When I was in my early twenties I knew a guy who liked to use his holiday time to take solo camping trips. I figured he must be an introverted type, as I couldn’t understand why anybody would want to do such a thing. It sounded a bit scary,  and also lonely. But that was when I was single and had plenty of alone time each and every day. Camping was for partying with friends.

Then I became a mother to two children.

Alone time became something of the past. Something I often longed for. I would get it in bits and pieces, but found I was so busy anxiously anticipating the end of that time that I would often barely start enjoying it before it was over. Or I’d frantically try to do a hundred things and get none of them done with any satisfaction.

Ever since we got our trailer (3 years ago) I’ve been dreaming of taking off and spending some time alone. Yesterday I finally got my wish; with Husband’s blessing I packed up the trailer and set off for a nearby provincial campground for one day and night of solitude.

It was blissful, let me tell you. I could sit down and not have to get up until I felt like it. I only had to cook for one person. There were no interruptions: no kids asking for snacks, no bathroom accidents that suddenly needed attending to, no animals to feed, no chores to be done. It was just me and the dog.

It took me a while to really settle in and realize that no, I had nothing to do that I didn’t want to do. I spent the evening sitting in a camp chair next to a cozy campfire. I read for much of that time, and then when the light got too dim I just sat and stared at the fire while I slowly fed the flames with the rest of my wood. During that time I thought about all the things going on in my life, found solutions to some issues that were nagging at me, and generally just enjoyed the feeling of solitude.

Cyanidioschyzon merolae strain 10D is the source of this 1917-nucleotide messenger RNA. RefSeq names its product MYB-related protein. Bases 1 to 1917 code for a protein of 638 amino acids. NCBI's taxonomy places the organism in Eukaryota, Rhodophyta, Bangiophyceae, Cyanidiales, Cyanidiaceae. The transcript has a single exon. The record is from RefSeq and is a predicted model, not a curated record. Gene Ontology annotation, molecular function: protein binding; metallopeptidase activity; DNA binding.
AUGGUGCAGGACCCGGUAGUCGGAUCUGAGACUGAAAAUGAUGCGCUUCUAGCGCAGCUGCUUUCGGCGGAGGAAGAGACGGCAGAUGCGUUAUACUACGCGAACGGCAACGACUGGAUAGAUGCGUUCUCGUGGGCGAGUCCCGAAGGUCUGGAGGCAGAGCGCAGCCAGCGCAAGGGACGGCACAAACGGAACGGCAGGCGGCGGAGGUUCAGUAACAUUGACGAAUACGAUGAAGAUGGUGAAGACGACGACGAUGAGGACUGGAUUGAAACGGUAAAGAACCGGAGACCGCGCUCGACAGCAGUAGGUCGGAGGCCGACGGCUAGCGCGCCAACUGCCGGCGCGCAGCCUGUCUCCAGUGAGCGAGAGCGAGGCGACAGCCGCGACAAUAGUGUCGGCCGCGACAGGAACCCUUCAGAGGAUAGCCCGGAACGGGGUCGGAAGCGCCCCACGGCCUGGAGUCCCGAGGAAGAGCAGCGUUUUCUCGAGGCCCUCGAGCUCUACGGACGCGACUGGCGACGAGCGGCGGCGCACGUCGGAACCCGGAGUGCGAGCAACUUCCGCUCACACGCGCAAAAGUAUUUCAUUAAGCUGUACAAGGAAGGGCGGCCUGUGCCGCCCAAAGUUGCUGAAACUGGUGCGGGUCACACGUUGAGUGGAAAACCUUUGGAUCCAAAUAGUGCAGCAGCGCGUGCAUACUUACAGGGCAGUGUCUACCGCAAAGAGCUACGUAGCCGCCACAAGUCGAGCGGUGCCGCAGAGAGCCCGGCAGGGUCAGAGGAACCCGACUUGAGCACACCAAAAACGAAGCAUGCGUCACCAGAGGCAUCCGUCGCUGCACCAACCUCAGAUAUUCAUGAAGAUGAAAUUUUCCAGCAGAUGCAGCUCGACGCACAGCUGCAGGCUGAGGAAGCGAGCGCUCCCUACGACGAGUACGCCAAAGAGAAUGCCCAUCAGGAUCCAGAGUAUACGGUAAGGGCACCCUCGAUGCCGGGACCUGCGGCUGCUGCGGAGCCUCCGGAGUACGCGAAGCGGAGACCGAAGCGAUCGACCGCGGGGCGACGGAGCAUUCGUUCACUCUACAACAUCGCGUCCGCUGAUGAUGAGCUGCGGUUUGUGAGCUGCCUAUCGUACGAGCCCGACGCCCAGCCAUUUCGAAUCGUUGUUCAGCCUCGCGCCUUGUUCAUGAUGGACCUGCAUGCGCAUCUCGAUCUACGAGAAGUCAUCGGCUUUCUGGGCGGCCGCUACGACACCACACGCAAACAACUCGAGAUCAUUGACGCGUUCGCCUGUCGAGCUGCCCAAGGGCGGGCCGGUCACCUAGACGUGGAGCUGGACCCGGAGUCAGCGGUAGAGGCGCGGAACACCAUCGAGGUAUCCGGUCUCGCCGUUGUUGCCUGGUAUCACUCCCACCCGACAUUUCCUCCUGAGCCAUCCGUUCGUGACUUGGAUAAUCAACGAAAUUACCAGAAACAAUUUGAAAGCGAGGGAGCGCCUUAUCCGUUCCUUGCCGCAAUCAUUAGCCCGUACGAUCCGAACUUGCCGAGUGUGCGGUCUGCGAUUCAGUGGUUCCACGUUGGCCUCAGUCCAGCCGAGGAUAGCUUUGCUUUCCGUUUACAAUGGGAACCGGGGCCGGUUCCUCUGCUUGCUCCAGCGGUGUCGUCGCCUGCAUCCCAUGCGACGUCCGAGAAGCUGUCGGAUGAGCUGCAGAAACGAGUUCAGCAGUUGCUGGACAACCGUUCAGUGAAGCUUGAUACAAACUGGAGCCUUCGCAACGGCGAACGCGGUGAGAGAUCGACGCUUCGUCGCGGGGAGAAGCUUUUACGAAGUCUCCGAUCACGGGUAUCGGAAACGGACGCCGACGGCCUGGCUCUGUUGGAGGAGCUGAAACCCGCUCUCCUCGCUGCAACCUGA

Being a mother is such an amazing transformation. I remember the first time I went for a walk by myself after having my first baby. It was only a short walk around the neighbourhood but I recall feeling like I was experiencing something magical. I saw other people walking around unencumbered by a baby and a diaper bag and wondered if they realized just how lucky they were to experience such a thing. I know I never had realized it until I became a mother.

I know one day I will have that solitude again. I will be able to go out and leave my children at home unattended. I wouldn’t give up this time with my young kids for anything in the world, even if it is tough sometimes. But I have to tell you that my 28 hours of solo camping was the most wonderful, refreshing experience I’ve had in ages. While I confess I was not looking forward to coming home to a house full of dishes and laundry and other chores, I did miss my kids. I plan to take them with me as early as next week, but I really hope I’ll get the chance to do this solo thing one more time before summer is over. Not only that, but I’m determined to make such trips a priority for myself in the future, for my own mental health and well-being.

I no longer think that guy I used to know was crazy.

Categories: a day in the life, parenting | 4 Comments

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4 thoughts on “Solitude

  1. Ally

    Sounds devine! Glad you got to experience it. It gibes me hope I will get to do the same one day.

  2. attached2mama

    When you told me you were going camping on your own my first thought was “wow she is brave!”. I am so happy this experience was positive and the solitude allowed you to come up with some answers you were seeking.
    I do agree that we mamas, when our children can handle it, can really benefit from some alone time that isn’t full of doing chores and the like. A time to recharge our mama battery =-)

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  4. M, when I read this I was soooooo jealous, and happy for you, of course! I completely understand what you are saying – as I’m sure so many others do. It is funny though, because as a homeschooling attachment parent, you don’t get cut any slack if you say you want/need time alone to regroup. The response is “hey, you chose this, so suck it up!” Not helpful. I’m in agreement with you that some down time can be absolute bliss – at least, I agree in theory, because at 3 and 5, my kids have not reached the stage where they are prepared to let that happen for mama yet. However, knowing that it will come, and that it will be worth waiting for, is something too.

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